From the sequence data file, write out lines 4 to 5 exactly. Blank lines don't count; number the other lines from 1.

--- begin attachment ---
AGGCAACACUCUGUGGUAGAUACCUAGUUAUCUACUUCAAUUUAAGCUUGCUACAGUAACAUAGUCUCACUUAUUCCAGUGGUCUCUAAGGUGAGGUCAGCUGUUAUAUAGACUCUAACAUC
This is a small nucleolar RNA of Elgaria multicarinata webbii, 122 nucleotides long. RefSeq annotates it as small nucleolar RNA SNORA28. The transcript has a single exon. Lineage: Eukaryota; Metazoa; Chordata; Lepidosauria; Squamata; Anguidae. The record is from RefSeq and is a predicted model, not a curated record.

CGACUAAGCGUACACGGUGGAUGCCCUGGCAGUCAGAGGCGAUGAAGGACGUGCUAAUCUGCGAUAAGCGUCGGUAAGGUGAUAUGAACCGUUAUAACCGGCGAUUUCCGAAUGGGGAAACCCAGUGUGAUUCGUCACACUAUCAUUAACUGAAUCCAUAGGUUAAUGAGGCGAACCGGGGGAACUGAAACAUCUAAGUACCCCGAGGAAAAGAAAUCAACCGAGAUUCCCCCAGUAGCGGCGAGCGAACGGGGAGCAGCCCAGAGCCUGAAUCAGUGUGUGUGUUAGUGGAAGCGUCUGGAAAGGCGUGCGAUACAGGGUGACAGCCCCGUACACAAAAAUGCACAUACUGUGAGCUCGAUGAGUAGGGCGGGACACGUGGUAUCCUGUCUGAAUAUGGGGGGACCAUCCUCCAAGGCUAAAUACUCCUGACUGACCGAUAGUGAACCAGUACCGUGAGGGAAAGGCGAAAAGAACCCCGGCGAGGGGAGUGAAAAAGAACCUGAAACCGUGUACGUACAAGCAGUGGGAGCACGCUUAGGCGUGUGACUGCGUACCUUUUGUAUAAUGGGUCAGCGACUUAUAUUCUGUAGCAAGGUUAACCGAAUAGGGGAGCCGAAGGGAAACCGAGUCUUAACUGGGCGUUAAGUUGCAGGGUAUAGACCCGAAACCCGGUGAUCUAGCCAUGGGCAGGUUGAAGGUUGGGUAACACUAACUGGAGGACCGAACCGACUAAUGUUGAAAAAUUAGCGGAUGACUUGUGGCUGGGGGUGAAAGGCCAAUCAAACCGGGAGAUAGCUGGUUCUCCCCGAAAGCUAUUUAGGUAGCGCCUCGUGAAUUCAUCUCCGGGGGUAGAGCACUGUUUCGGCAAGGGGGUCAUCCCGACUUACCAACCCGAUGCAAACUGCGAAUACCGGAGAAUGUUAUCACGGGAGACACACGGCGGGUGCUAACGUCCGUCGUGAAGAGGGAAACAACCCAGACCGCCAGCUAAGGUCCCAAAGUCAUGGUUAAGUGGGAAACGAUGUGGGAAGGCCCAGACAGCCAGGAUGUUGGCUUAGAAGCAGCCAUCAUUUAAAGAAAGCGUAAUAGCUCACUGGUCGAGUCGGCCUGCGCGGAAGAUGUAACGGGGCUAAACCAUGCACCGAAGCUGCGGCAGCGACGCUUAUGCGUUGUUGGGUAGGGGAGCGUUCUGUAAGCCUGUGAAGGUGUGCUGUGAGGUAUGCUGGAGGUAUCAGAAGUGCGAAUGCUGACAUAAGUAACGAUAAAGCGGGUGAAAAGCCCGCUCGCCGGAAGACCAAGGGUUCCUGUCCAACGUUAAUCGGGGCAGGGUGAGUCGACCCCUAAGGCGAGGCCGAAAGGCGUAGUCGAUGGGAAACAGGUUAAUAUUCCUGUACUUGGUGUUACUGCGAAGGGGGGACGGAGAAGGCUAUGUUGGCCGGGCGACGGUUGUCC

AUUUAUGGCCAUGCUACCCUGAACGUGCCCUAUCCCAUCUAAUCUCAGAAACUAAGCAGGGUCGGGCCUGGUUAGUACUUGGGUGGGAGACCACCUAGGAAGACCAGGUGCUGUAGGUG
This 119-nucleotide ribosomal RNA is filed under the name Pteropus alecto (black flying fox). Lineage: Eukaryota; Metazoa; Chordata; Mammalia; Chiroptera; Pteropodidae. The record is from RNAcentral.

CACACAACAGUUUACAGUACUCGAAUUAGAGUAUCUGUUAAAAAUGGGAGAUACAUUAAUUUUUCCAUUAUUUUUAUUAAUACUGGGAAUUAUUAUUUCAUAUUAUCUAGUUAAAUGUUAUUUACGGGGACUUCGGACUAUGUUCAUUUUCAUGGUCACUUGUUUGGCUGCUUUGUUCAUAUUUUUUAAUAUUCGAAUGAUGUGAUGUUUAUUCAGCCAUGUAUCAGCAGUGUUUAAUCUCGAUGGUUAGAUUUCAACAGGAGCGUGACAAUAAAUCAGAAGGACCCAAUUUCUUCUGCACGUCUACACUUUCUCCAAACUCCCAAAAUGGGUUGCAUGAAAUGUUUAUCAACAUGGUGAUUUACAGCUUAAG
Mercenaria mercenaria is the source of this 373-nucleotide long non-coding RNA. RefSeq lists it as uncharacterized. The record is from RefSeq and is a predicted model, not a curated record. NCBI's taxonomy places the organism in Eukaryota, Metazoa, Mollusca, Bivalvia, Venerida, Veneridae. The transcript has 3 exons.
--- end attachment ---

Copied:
AUUUAUGGCCAUGCUACCCUGAACGUGCCCUAUCCCAUCUAAUCUCAGAAACUAAGCAGGGUCGGGCCUGGUUAGUACUUGGGUGGGAGACCACCUAGGAAGACCAGGUGCUGUAGGUG
This 119-nucleotide ribosomal RNA is filed under the name Pteropus alecto (black flying fox). Lineage: Eukaryota; Metazoa; Chordata; Mammalia; Chiroptera; Pteropodidae. The record is from RNAcentral.